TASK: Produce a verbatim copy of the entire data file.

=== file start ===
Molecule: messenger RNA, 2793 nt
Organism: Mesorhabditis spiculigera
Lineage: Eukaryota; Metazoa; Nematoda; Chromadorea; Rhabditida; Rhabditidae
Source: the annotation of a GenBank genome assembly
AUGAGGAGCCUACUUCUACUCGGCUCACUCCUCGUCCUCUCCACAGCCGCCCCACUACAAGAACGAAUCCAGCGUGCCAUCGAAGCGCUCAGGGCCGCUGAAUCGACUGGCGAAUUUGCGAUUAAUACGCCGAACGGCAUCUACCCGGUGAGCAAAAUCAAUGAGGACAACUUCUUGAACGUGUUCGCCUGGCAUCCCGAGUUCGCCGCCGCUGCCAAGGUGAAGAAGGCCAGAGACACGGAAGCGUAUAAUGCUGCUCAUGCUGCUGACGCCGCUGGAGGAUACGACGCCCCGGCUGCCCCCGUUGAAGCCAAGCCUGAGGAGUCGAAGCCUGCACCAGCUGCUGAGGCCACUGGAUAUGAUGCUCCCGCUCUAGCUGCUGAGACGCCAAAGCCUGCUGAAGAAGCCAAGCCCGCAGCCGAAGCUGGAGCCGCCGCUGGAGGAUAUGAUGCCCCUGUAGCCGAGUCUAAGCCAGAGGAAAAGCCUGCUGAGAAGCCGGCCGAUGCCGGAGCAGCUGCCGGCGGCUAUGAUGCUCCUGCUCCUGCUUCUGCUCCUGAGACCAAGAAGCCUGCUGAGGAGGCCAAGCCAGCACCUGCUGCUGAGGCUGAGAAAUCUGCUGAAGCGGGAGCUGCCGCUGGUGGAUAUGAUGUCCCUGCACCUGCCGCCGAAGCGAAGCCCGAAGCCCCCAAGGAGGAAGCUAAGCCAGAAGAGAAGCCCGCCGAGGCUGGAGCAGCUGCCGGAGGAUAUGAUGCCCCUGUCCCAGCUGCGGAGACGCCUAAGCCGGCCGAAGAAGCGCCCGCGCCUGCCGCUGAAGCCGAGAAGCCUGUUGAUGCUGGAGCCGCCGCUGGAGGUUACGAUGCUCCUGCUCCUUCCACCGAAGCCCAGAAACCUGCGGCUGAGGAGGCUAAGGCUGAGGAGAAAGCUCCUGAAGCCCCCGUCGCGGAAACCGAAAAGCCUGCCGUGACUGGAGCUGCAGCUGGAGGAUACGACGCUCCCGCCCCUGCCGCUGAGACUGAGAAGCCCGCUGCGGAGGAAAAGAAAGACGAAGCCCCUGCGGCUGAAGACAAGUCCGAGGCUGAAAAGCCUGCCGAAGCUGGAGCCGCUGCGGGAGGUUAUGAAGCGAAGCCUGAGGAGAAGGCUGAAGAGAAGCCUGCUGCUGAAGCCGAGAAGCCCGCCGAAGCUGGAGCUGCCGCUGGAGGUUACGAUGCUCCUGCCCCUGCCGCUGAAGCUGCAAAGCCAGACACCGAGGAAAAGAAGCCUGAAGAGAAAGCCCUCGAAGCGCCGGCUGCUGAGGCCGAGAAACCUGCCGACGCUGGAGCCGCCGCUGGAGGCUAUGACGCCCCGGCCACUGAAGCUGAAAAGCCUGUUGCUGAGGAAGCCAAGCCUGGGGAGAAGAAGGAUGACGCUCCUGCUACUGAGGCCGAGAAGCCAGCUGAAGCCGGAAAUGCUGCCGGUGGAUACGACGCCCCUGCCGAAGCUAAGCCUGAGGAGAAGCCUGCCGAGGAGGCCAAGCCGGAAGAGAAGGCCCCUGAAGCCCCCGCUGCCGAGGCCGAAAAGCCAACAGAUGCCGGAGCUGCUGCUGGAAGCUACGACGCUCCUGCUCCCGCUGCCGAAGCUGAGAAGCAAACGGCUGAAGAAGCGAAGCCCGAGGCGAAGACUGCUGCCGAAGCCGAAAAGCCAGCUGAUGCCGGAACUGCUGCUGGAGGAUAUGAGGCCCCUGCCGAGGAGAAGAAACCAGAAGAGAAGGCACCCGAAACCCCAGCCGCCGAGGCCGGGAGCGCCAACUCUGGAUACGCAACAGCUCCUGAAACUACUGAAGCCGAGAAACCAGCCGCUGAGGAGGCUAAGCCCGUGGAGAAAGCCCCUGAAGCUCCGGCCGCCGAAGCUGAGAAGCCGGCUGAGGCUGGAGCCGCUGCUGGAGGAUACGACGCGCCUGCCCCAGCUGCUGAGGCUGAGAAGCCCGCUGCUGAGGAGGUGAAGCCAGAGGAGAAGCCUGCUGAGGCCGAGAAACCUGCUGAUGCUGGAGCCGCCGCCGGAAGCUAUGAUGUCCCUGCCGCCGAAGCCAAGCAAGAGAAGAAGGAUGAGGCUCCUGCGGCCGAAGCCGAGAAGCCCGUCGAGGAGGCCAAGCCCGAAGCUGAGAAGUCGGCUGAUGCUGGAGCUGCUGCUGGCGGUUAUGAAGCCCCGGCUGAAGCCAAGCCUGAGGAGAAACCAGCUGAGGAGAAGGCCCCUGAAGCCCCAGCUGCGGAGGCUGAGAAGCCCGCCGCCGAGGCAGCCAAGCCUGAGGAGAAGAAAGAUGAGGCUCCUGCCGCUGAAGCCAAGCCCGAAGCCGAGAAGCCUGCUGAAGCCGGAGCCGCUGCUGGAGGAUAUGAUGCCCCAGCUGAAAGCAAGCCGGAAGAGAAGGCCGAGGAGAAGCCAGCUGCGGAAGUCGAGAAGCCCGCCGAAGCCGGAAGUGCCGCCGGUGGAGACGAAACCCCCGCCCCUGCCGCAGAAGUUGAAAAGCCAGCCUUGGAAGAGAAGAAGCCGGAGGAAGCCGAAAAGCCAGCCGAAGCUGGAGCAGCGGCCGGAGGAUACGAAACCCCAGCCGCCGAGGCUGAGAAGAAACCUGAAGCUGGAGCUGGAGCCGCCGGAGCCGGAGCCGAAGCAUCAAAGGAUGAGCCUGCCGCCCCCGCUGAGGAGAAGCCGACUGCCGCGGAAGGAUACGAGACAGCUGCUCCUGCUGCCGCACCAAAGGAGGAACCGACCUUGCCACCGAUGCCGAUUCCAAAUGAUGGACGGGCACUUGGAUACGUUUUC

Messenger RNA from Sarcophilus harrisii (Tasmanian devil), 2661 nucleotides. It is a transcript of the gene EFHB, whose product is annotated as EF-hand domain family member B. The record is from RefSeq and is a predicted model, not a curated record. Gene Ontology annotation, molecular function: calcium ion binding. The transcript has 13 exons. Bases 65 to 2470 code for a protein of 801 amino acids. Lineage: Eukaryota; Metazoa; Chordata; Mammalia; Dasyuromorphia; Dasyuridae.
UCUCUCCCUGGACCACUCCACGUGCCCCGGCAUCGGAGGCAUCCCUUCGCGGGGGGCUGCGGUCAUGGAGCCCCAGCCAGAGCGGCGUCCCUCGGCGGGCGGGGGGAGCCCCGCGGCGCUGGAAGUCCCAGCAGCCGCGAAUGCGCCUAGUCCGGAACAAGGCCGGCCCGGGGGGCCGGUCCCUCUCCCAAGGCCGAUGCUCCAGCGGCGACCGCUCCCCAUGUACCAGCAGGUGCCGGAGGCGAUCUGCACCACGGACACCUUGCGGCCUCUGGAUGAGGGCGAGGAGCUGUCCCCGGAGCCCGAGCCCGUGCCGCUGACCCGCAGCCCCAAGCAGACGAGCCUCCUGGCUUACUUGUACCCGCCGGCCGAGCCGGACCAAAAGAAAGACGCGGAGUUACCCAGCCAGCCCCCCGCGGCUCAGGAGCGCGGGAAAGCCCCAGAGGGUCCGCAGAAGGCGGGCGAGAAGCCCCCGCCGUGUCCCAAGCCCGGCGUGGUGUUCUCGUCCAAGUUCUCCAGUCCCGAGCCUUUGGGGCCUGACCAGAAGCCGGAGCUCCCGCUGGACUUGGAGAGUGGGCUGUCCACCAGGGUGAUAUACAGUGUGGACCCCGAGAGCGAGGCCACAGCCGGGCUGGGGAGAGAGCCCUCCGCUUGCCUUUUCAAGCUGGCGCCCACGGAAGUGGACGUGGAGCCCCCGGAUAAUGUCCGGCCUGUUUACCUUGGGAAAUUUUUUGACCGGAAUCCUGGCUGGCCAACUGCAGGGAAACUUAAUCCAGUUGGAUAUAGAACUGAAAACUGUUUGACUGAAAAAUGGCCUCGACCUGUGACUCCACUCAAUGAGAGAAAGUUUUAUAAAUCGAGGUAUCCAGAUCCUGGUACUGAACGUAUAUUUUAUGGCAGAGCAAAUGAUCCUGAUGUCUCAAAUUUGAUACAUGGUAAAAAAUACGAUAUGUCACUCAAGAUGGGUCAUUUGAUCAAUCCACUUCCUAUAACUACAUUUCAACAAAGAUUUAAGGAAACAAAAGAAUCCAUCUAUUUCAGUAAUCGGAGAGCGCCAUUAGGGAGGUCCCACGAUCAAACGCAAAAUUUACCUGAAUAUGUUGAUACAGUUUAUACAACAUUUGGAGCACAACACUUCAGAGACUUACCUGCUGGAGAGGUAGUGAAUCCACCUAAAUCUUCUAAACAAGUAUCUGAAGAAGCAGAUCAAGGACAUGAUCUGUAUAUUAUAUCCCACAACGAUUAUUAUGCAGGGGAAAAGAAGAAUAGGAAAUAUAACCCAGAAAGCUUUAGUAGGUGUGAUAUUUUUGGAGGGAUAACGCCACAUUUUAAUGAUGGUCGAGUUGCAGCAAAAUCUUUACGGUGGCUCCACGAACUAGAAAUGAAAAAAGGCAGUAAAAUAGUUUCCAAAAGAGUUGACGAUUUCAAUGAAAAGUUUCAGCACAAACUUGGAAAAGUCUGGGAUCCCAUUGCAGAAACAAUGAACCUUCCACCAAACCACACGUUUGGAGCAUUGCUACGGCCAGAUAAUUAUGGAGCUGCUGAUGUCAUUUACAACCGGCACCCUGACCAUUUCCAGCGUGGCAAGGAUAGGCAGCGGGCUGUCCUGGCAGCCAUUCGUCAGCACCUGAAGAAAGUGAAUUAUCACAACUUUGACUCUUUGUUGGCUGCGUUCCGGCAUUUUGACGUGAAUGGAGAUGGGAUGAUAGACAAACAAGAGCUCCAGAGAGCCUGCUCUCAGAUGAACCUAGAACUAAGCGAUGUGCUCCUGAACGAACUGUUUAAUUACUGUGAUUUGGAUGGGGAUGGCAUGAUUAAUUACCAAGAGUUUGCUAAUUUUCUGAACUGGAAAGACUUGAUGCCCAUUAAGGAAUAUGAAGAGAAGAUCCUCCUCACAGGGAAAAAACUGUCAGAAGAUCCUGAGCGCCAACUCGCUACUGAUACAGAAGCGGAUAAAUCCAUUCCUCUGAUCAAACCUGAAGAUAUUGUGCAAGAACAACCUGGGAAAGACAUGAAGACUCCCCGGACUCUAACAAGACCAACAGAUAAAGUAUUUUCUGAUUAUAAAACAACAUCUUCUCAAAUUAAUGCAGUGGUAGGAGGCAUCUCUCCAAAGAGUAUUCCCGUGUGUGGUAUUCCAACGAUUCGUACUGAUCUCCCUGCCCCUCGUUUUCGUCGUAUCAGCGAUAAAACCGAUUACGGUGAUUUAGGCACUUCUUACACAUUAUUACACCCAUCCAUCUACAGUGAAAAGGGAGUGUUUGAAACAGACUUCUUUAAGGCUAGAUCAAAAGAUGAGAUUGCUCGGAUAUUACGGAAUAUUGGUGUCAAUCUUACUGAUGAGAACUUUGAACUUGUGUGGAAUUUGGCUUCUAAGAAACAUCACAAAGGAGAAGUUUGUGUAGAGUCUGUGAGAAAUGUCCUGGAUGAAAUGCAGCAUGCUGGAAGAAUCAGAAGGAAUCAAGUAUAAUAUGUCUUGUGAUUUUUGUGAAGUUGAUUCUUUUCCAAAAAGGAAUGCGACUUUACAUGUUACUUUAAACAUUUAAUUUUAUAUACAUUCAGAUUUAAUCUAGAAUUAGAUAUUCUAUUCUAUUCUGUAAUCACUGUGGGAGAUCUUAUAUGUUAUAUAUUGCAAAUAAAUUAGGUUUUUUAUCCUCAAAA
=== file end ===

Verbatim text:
Molecule: messenger RNA, 2793 nt
Organism: Mesorhabditis spiculigera
Lineage: Eukaryota; Metazoa; Nematoda; Chromadorea; Rhabditida; Rhabditidae
Source: the annotation of a GenBank genome assembly
AUGAGGAGCCUACUUCUACUCGGCUCACUCCUCGUCCUCUCCACAGCCGCCCCACUACAAGAACGAAUCCAGCGUGCCAUCGAAGCGCUCAGGGCCGCUGAAUCGACUGGCGAAUUUGCGAUUAAUACGCCGAACGGCAUCUACCCGGUGAGCAAAAUCAAUGAGGACAACUUCUUGAACGUGUUCGCCUGGCAUCCCGAGUUCGCCGCCGCUGCCAAGGUGAAGAAGGCCAGAGACACGGAAGCGUAUAAUGCUGCUCAUGCUGCUGACGCCGCUGGAGGAUACGACGCCCCGGCUGCCCCCGUUGAAGCCAAGCCUGAGGAGUCGAAGCCUGCACCAGCUGCUGAGGCCACUGGAUAUGAUGCUCCCGCUCUAGCUGCUGAGACGCCAAAGCCUGCUGAAGAAGCCAAGCCCGCAGCCGAAGCUGGAGCCGCCGCUGGAGGAUAUGAUGCCCCUGUAGCCGAGUCUAAGCCAGAGGAAAAGCCUGCUGAGAAGCCGGCCGAUGCCGGAGCAGCUGCCGGCGGCUAUGAUGCUCCUGCUCCUGCUUCUGCUCCUGAGACCAAGAAGCCUGCUGAGGAGGCCAAGCCAGCACCUGCUGCUGAGGCUGAGAAAUCUGCUGAAGCGGGAGCUGCCGCUGGUGGAUAUGAUGUCCCUGCACCUGCCGCCGAAGCGAAGCCCGAAGCCCCCAAGGAGGAAGCUAAGCCAGAAGAGAAGCCCGCCGAGGCUGGAGCAGCUGCCGGAGGAUAUGAUGCCCCUGUCCCAGCUGCGGAGACGCCUAAGCCGGCCGAAGAAGCGCCCGCGCCUGCCGCUGAAGCCGAGAAGCCUGUUGAUGCUGGAGCCGCCGCUGGAGGUUACGAUGCUCCUGCUCCUUCCACCGAAGCCCAGAAACCUGCGGCUGAGGAGGCUAAGGCUGAGGAGAAAGCUCCUGAAGCCCCCGUCGCGGAAACCGAAAAGCCUGCCGUGACUGGAGCUGCAGCUGGAGGAUACGACGCUCCCGCCCCUGCCGCUGAGACUGAGAAGCCCGCUGCGGAGGAAAAGAAAGACGAAGCCCCUGCGGCUGAAGACAAGUCCGAGGCUGAAAAGCCUGCCGAAGCUGGAGCCGCUGCGGGAGGUUAUGAAGCGAAGCCUGAGGAGAAGGCUGAAGAGAAGCCUGCUGCUGAAGCCGAGAAGCCCGCCGAAGCUGGAGCUGCCGCUGGAGGUUACGAUGCUCCUGCCCCUGCCGCUGAAGCUGCAAAGCCAGACACCGAGGAAAAGAAGCCUGAAGAGAAAGCCCUCGAAGCGCCGGCUGCUGAGGCCGAGAAACCUGCCGACGCUGGAGCCGCCGCUGGAGGCUAUGACGCCCCGGCCACUGAAGCUGAAAAGCCUGUUGCUGAGGAAGCCAAGCCUGGGGAGAAGAAGGAUGACGCUCCUGCUACUGAGGCCGAGAAGCCAGCUGAAGCCGGAAAUGCUGCCGGUGGAUACGACGCCCCUGCCGAAGCUAAGCCUGAGGAGAAGCCUGCCGAGGAGGCCAAGCCGGAAGAGAAGGCCCCUGAAGCCCCCGCUGCCGAGGCCGAAAAGCCAACAGAUGCCGGAGCUGCUGCUGGAAGCUACGACGCUCCUGCUCCCGCUGCCGAAGCUGAGAAGCAAACGGCUGAAGAAGCGAAGCCCGAGGCGAAGACUGCUGCCGAAGCCGAAAAGCCAGCUGAUGCCGGAACUGCUGCUGGAGGAUAUGAGGCCCCUGCCGAGGAGAAGAAACCAGAAGAGAAGGCACCCGAAACCCCAGCCGCCGAGGCCGGGAGCGCCAACUCUGGAUACGCAACAGCUCCUGAAACUACUGAAGCCGAGAAACCAGCCGCUGAGGAGGCUAAGCCCGUGGAGAAAGCCCCUGAAGCUCCGGCCGCCGAAGCUGAGAAGCCGGCUGAGGCUGGAGCCGCUGCUGGAGGAUACGACGCGCCUGCCCCAGCUGCUGAGGCUGAGAAGCCCGCUGCUGAGGAGGUGAAGCCAGAGGAGAAGCCUGCUGAGGCCGAGAAACCUGCUGAUGCUGGAGCCGCCGCCGGAAGCUAUGAUGUCCCUGCCGCCGAAGCCAAGCAAGAGAAGAAGGAUGAGGCUCCUGCGGCCGAAGCCGAGAAGCCCGUCGAGGAGGCCAAGCCCGAAGCUGAGAAGUCGGCUGAUGCUGGAGCUGCUGCUGGCGGUUAUGAAGCCCCGGCUGAAGCCAAGCCUGAGGAGAAACCAGCUGAGGAGAAGGCCCCUGAAGCCCCAGCUGCGGAGGCUGAGAAGCCCGCCGCCGAGGCAGCCAAGCCUGAGGAGAAGAAAGAUGAGGCUCCUGCCGCUGAAGCCAAGCCCGAAGCCGAGAAGCCUGCUGAAGCCGGAGCCGCUGCUGGAGGAUAUGAUGCCCCAGCUGAAAGCAAGCCGGAAGAGAAGGCCGAGGAGAAGCCAGCUGCGGAAGUCGAGAAGCCCGCCGAAGCCGGAAGUGCCGCCGGUGGAGACGAAACCCCCGCCCCUGCCGCAGAAGUUGAAAAGCCAGCCUUGGAAGAGAAGAAGCCGGAGGAAGCCGAAAAGCCAGCCGAAGCUGGAGCAGCGGCCGGAGGAUACGAAACCCCAGCCGCCGAGGCUGAGAAGAAACCUGAAGCUGGAGCUGGAGCCGCCGGAGCCGGAGCCGAAGCAUCAAAGGAUGAGCCUGCCGCCCCCGCUGAGGAGAAGCCGACUGCCGCGGAAGGAUACGAGACAGCUGCUCCUGCUGCCGCACCAAAGGAGGAACCGACCUUGCCACCGAUGCCGAUUCCAAAUGAUGGACGGGCACUUGGAUACGUUUUC

Messenger RNA from Sarcophilus harrisii (Tasmanian devil), 2661 nucleotides. It is a transcript of the gene EFHB, whose product is annotated as EF-hand domain family member B. The record is from RefSeq and is a predicted model, not a curated record. Gene Ontology annotation, molecular function: calcium ion binding. The transcript has 13 exons. Bases 65 to 2470 code for a protein of 801 amino acids. Lineage: Eukaryota; Metazoa; Chordata; Mammalia; Dasyuromorphia; Dasyuridae.
UCUCUCCCUGGACCACUCCACGUGCCCCGGCAUCGGAGGCAUCCCUUCGCGGGGGGCUGCGGUCAUGGAGCCCCAGCCAGAGCGGCGUCCCUCGGCGGGCGGGGGGAGCCCCGCGGCGCUGGAAGUCCCAGCAGCCGCGAAUGCGCCUAGUCCGGAACAAGGCCGGCCCGGGGGGCCGGUCCCUCUCCCAAGGCCGAUGCUCCAGCGGCGACCGCUCCCCAUGUACCAGCAGGUGCCGGAGGCGAUCUGCACCACGGACACCUUGCGGCCUCUGGAUGAGGGCGAGGAGCUGUCCCCGGAGCCCGAGCCCGUGCCGCUGACCCGCAGCCCCAAGCAGACGAGCCUCCUGGCUUACUUGUACCCGCCGGCCGAGCCGGACCAAAAGAAAGACGCGGAGUUACCCAGCCAGCCCCCCGCGGCUCAGGAGCGCGGGAAAGCCCCAGAGGGUCCGCAGAAGGCGGGCGAGAAGCCCCCGCCGUGUCCCAAGCCCGGCGUGGUGUUCUCGUCCAAGUUCUCCAGUCCCGAGCCUUUGGGGCCUGACCAGAAGCCGGAGCUCCCGCUGGACUUGGAGAGUGGGCUGUCCACCAGGGUGAUAUACAGUGUGGACCCCGAGAGCGAGGCCACAGCCGGGCUGGGGAGAGAGCCCUCCGCUUGCCUUUUCAAGCUGGCGCCCACGGAAGUGGACGUGGAGCCCCCGGAUAAUGUCCGGCCUGUUUACCUUGGGAAAUUUUUUGACCGGAAUCCUGGCUGGCCAACUGCAGGGAAACUUAAUCCAGUUGGAUAUAGAACUGAAAACUGUUUGACUGAAAAAUGGCCUCGACCUGUGACUCCACUCAAUGAGAGAAAGUUUUAUAAAUCGAGGUAUCCAGAUCCUGGUACUGAACGUAUAUUUUAUGGCAGAGCAAAUGAUCCUGAUGUCUCAAAUUUGAUACAUGGUAAAAAAUACGAUAUGUCACUCAAGAUGGGUCAUUUGAUCAAUCCACUUCCUAUAACUACAUUUCAACAAAGAUUUAAGGAAACAAAAGAAUCCAUCUAUUUCAGUAAUCGGAGAGCGCCAUUAGGGAGGUCCCACGAUCAAACGCAAAAUUUACCUGAAUAUGUUGAUACAGUUUAUACAACAUUUGGAGCACAACACUUCAGAGACUUACCUGCUGGAGAGGUAGUGAAUCCACCUAAAUCUUCUAAACAAGUAUCUGAAGAAGCAGAUCAAGGACAUGAUCUGUAUAUUAUAUCCCACAACGAUUAUUAUGCAGGGGAAAAGAAGAAUAGGAAAUAUAACCCAGAAAGCUUUAGUAGGUGUGAUAUUUUUGGAGGGAUAACGCCACAUUUUAAUGAUGGUCGAGUUGCAGCAAAAUCUUUACGGUGGCUCCACGAACUAGAAAUGAAAAAAGGCAGUAAAAUAGUUUCCAAAAGAGUUGACGAUUUCAAUGAAAAGUUUCAGCACAAACUUGGAAAAGUCUGGGAUCCCAUUGCAGAAACAAUGAACCUUCCACCAAACCACACGUUUGGAGCAUUGCUACGGCCAGAUAAUUAUGGAGCUGCUGAUGUCAUUUACAACCGGCACCCUGACCAUUUCCAGCGUGGCAAGGAUAGGCAGCGGGCUGUCCUGGCAGCCAUUCGUCAGCACCUGAAGAAAGUGAAUUAUCACAACUUUGACUCUUUGUUGGCUGCGUUCCGGCAUUUUGACGUGAAUGGAGAUGGGAUGAUAGACAAACAAGAGCUCCAGAGAGCCUGCUCUCAGAUGAACCUAGAACUAAGCGAUGUGCUCCUGAACGAACUGUUUAAUUACUGUGAUUUGGAUGGGGAUGGCAUGAUUAAUUACCAAGAGUUUGCUAAUUUUCUGAACUGGAAAGACUUGAUGCCCAUUAAGGAAUAUGAAGAGAAGAUCCUCCUCACAGGGAAAAAACUGUCAGAAGAUCCUGAGCGCCAACUCGCUACUGAUACAGAAGCGGAUAAAUCCAUUCCUCUGAUCAAACCUGAAGAUAUUGUGCAAGAACAACCUGGGAAAGACAUGAAGACUCCCCGGACUCUAACAAGACCAACAGAUAAAGUAUUUUCUGAUUAUAAAACAACAUCUUCUCAAAUUAAUGCAGUGGUAGGAGGCAUCUCUCCAAAGAGUAUUCCCGUGUGUGGUAUUCCAACGAUUCGUACUGAUCUCCCUGCCCCUCGUUUUCGUCGUAUCAGCGAUAAAACCGAUUACGGUGAUUUAGGCACUUCUUACACAUUAUUACACCCAUCCAUCUACAGUGAAAAGGGAGUGUUUGAAACAGACUUCUUUAAGGCUAGAUCAAAAGAUGAGAUUGCUCGGAUAUUACGGAAUAUUGGUGUCAAUCUUACUGAUGAGAACUUUGAACUUGUGUGGAAUUUGGCUUCUAAGAAACAUCACAAAGGAGAAGUUUGUGUAGAGUCUGUGAGAAAUGUCCUGGAUGAAAUGCAGCAUGCUGGAAGAAUCAGAAGGAAUCAAGUAUAAUAUGUCUUGUGAUUUUUGUGAAGUUGAUUCUUUUCCAAAAAGGAAUGCGACUUUACAUGUUACUUUAAACAUUUAAUUUUAUAUACAUUCAGAUUUAAUCUAGAAUUAGAUAUUCUAUUCUAUUCUGUAAUCACUGUGGGAGAUCUUAUAUGUUAUAUAUUGCAAAUAAAUUAGGUUUUUUAUCCUCAAAA